Films and Television
Brian Steel Wills
Capturing the imagination of viewers from the silent film era to the present, the American Civil War has provided a rich mosaic of personalities and events. The images are powerful, and they transcend time to rest in the collective consciousness of a nation: the quiet dignity of Robert E. Lee, who gambles for victory yet accepts responsibility for defeat; the homespun wisdom of Abraham Lincoln as he guides the nation through its greatest test; a dashing Confederate cavalier on horseback whose defense of hearth and home is as valiant as it is futile; the former slave, freed from bondage but unwilling to remain outside the fight that will free others; a southern belle who experiences the harshest realities of war yet vows to endure. The fundamental nature of the conflict allows the war to lend itself easily to both the sweeping panorama of cinema's big screen and the intimacy of television's smaller screen.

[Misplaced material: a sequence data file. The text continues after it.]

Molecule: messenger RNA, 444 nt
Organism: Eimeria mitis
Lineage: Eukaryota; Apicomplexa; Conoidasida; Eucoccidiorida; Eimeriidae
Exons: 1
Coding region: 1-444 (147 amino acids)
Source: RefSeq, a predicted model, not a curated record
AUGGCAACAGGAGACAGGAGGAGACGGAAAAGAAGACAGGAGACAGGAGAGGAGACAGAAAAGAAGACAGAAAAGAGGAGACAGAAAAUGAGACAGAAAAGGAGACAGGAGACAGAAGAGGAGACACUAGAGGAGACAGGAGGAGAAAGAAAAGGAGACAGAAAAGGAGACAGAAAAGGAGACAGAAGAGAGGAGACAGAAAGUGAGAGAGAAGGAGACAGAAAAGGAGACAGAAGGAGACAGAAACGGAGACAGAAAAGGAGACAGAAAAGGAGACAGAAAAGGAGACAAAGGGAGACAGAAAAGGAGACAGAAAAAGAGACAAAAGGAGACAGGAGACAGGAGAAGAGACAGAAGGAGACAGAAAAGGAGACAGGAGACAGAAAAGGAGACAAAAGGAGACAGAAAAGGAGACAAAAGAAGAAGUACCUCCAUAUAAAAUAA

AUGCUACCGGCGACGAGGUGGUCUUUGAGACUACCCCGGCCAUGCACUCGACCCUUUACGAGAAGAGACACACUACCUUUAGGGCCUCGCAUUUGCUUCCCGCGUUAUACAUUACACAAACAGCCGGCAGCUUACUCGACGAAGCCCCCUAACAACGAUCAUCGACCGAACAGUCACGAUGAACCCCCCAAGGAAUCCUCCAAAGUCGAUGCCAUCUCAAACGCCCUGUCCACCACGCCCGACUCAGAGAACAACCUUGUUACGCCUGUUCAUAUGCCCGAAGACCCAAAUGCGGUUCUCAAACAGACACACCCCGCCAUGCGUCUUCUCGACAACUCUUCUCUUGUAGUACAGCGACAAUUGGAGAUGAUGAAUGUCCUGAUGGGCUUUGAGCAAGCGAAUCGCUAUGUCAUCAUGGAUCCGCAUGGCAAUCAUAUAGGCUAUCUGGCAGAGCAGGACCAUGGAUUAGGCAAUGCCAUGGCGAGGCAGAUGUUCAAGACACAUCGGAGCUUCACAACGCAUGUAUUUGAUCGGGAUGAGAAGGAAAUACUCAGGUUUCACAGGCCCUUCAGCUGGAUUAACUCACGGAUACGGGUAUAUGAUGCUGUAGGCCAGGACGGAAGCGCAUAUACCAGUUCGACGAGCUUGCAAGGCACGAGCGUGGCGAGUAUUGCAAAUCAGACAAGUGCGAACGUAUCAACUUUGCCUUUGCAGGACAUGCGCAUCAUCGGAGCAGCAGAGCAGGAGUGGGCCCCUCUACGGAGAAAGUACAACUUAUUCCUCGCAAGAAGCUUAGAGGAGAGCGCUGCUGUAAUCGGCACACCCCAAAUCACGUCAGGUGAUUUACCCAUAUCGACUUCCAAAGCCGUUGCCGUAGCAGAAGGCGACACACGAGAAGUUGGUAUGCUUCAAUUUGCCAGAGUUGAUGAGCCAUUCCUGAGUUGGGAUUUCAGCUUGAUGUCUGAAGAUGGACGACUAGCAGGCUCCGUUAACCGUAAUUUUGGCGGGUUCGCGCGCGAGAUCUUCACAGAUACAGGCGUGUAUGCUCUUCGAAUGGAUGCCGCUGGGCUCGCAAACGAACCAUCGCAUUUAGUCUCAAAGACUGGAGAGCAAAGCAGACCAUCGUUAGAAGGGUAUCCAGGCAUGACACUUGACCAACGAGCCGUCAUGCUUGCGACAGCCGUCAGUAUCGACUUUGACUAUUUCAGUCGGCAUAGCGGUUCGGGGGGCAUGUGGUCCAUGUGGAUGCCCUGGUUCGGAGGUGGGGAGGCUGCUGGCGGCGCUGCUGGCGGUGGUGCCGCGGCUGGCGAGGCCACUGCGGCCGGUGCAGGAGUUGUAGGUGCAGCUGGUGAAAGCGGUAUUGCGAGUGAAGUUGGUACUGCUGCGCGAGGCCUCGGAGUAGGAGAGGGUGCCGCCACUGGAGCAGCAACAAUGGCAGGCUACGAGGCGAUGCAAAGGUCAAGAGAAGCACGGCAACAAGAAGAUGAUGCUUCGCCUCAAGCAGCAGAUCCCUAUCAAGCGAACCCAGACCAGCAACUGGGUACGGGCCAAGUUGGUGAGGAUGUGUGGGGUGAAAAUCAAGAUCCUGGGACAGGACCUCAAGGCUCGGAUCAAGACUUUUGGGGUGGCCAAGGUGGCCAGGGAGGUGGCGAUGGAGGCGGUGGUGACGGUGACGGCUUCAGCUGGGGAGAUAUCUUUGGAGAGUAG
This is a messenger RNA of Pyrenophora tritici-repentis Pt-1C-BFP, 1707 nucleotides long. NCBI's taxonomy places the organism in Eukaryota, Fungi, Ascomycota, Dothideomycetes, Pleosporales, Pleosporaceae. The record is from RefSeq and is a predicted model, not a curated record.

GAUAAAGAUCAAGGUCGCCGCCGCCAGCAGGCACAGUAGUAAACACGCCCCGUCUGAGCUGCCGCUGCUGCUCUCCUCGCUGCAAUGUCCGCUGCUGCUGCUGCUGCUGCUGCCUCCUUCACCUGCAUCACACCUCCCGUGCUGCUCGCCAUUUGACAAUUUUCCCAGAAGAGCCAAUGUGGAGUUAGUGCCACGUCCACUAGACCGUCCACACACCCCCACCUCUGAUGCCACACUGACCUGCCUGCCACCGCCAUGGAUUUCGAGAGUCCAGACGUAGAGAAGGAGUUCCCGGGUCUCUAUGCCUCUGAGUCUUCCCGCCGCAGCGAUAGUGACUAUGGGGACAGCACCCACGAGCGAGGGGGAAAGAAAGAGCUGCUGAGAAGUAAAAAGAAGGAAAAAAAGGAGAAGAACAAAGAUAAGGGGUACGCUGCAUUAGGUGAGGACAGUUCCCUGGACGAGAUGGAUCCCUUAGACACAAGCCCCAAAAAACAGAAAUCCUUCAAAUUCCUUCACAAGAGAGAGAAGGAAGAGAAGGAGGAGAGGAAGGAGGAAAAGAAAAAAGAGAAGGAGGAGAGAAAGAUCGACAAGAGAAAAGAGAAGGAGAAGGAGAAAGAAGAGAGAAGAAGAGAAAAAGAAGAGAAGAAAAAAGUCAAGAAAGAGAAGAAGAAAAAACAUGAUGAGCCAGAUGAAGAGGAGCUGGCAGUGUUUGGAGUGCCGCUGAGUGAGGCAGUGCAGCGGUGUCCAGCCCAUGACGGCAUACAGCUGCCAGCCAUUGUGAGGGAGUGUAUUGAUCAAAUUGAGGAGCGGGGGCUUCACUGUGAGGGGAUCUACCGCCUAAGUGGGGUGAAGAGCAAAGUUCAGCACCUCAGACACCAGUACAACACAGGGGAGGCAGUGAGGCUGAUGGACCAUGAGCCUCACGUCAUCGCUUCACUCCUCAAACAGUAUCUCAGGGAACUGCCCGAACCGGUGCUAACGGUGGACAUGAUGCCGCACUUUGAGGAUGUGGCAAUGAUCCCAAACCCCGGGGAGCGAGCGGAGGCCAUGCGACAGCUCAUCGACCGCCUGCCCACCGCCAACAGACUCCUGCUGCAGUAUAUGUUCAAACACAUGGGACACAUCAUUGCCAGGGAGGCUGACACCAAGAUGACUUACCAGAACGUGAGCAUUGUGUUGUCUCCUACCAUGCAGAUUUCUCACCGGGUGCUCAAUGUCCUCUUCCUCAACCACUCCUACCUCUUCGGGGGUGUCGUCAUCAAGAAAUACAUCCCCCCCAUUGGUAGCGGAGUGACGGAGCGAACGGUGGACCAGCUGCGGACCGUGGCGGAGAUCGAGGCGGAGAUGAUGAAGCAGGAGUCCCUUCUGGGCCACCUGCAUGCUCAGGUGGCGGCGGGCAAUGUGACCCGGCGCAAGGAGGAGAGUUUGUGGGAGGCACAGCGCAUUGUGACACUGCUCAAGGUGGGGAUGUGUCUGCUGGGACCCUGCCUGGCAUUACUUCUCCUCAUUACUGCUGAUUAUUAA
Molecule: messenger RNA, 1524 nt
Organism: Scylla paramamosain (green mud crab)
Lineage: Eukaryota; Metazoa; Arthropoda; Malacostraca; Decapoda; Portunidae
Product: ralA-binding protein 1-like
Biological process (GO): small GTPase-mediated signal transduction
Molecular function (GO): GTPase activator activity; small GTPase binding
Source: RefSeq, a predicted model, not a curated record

The earliest films to feature Civil War themes borrowed many of their conventions and storylines from those established by literary and theatrical productions. Building on this familiar foundation offered viewers a relatively safe and acceptable transition from the detachment of the written word or the stage to the realism of cinema. Until World War I, directors like D. W. Griffith frequently used the Civil War as a central element of their work. Beginning with The Guerrilla ( 1908) and In Old Kentucky ( 1909) Griffith perfected his craft, enabling him to produce the silent film classic The Birth of a Nation in 1915. Adapted from Thomas Dixon novel The Clansman, this landmark film captured the battlefield in a way that no stage ever could. Evelyn Ehrlich brief essay in The South and Film ( 1981), edited by Warren French, has provided a